3. The urolithiasis removing device of claim 2, further comprising:

a distance measurer disposed in the wire and configured to measure a relative movement distance of the wire with respect to the guide, wherein the controller is configured to determine the relative position of the wire with respect to the guide based on a distance detected by the distance measurer.

4. The urolithiasis removing device of claim 3, wherein the distance measurer is provided at a rear end of the wire and configured to measure a distance from the rear end of the wire to the guide.

5. The urolithiasis removing device of claim 1, wherein the controller is configured to determine the size of the stone based on a relative position of the wire with respect to the insertion tube in a state in which the basket holding the stone is caught on a front end of the insertion tube.

6. The urolithiasis removing device of claim 5, further comprising:

a distance measurer disposed in the wire and configured to measure a relative movement distance of the wire with respect to the guide, wherein the controller is configured to determine the relative position of the wire with respect to the insertion tube based on a distance detected by the distance measurer.

7. The urolithiasis removing device of claim 1, further comprising:

a sheath configured to surround the insertion tube, wherein the insertion tube is relatively movable with respect to the sheath.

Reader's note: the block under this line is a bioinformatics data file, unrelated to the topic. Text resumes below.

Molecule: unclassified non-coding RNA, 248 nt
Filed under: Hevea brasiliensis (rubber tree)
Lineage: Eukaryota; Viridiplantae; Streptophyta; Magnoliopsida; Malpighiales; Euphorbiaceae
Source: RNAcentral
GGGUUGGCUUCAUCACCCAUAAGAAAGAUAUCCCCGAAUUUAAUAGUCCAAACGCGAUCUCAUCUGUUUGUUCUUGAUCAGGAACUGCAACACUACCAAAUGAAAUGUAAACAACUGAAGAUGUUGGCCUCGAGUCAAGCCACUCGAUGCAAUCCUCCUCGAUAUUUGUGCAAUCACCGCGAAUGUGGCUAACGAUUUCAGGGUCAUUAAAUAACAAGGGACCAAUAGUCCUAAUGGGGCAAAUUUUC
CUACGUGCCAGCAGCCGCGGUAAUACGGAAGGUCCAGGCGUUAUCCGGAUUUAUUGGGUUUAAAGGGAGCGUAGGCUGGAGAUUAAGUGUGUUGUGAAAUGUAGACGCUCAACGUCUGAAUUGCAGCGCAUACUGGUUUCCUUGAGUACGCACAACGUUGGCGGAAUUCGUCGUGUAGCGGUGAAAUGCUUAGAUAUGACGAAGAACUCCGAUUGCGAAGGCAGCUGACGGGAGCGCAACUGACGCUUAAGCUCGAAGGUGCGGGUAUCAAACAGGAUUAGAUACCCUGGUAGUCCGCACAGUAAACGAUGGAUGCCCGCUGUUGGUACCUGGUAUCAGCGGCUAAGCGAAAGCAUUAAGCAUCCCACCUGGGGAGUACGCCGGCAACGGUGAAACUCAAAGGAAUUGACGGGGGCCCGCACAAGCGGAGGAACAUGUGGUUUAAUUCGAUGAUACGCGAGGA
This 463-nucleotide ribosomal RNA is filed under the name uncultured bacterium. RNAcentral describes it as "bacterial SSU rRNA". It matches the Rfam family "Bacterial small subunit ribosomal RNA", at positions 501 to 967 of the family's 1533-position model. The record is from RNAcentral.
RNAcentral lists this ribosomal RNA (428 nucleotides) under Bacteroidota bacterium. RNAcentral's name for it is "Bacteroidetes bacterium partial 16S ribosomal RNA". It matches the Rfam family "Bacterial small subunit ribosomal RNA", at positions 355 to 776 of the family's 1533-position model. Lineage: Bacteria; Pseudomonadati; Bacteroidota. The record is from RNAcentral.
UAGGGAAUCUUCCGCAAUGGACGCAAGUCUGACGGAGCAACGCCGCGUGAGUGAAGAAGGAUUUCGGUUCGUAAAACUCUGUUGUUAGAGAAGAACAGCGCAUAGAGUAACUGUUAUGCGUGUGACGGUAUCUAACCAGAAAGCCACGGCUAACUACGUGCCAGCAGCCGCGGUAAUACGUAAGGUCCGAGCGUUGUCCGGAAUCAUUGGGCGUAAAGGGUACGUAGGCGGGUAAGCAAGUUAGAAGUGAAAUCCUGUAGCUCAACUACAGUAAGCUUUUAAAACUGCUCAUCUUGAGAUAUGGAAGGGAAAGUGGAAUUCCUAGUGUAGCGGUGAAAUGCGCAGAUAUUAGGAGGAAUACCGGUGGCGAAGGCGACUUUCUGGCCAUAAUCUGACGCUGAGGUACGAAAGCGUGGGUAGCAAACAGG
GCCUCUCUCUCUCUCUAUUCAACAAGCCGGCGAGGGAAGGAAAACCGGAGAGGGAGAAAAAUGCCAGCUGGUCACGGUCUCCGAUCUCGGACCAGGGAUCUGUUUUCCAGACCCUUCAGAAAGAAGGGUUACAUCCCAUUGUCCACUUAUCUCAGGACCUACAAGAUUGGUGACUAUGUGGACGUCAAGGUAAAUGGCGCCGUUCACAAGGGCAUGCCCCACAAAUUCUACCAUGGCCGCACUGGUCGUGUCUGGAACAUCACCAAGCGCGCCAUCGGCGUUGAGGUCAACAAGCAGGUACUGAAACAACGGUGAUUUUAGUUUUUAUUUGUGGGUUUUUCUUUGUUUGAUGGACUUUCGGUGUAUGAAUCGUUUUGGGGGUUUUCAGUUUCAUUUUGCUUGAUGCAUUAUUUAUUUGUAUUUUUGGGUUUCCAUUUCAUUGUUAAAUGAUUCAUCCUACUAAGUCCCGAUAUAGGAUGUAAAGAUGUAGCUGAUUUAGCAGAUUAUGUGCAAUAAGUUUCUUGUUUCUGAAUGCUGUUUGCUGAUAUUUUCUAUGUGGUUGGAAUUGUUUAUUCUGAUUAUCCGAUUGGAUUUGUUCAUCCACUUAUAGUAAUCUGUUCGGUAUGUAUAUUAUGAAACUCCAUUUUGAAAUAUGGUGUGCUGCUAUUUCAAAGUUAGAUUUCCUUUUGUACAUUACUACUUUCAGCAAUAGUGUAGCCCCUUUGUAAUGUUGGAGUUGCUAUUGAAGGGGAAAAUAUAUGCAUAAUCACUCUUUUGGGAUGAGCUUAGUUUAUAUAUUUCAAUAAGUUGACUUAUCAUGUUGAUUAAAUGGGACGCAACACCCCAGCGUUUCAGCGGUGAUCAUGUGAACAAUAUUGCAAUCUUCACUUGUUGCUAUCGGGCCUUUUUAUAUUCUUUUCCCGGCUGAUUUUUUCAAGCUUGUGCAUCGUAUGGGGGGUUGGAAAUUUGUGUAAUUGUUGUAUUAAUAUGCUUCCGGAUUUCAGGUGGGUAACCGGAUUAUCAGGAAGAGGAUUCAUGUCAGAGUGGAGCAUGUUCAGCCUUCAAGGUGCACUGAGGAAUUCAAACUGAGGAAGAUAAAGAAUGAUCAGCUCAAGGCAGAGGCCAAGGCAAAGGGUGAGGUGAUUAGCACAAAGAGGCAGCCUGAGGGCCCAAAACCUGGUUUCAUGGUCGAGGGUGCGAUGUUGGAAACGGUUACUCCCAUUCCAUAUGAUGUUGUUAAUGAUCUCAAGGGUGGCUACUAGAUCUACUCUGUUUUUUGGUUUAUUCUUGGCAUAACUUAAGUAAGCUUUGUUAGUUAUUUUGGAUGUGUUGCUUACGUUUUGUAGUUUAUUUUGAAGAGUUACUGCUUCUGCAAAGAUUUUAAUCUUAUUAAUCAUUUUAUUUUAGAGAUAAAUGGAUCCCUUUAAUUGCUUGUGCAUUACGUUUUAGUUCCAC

8. The urolithiasis removing device of claim 7, further comprising:

an impact detector provided in the sheath and configured to detect an impact applied to the sheath.

9. The urolithiasis removing device of claim 8, further comprising:

a display configured to display information associated with the size of the stone and information as to whether an impact is detected by the impact detector.

10. A urolithiasis removing device comprising:

a sheath;
an insertion tube configured to be inserted into an inner side of the sheath and relatively movable with respect to the sheath;
a guide configured to be inserted into an inner side of the insertion tube and relatively movable with respect to the insertion tube;
a wire configured to be inserted into an inner side of the guide and relatively movable with respect to the guide;
a basket disposed in front of the wire and configured to hold a stone; and
a controller configured to determine a size of the stone based on a relative movement of the guide with respect to the insertion tube or a relative movement of the wire with respect to the guide.

11. The urolithiasis removing device of claim 10, further comprising:

a distance measurer disposed in the wire and configured to measure a relative movement distance of the wire with respect to the guide; and
an impact detector provided in the sheath and configured to detect an impact applied to the sheath.

12. The urolithiasis removing device of claim 10, wherein the controller is configured to determine the size of the stone based on a relative position of the wire with respect to the guide in a state in which the basket holding the stone is caught on a front end of the guide.

Patent History
Publication number: 20210007758
Type: Application
Filed: Sep 23, 2020
Publication Date: Jan 14, 2021
Applicants: EASYENDO SURGICAL, INC. (Daejeon), KOREA ADVANCED INSTITUTE OF SCIENCE AND TECHNOLOGY (Daejeon)
Inventors: Byung Sik CHEON (Daejeon), Dong Soo KWON (Daejeon), Deok Gyoon CHUNG (Daejeon)
Application Number: 17/030,369
Classifications
International Classification: A61B 17/221 (20060101); A61B 90/00 (20060101);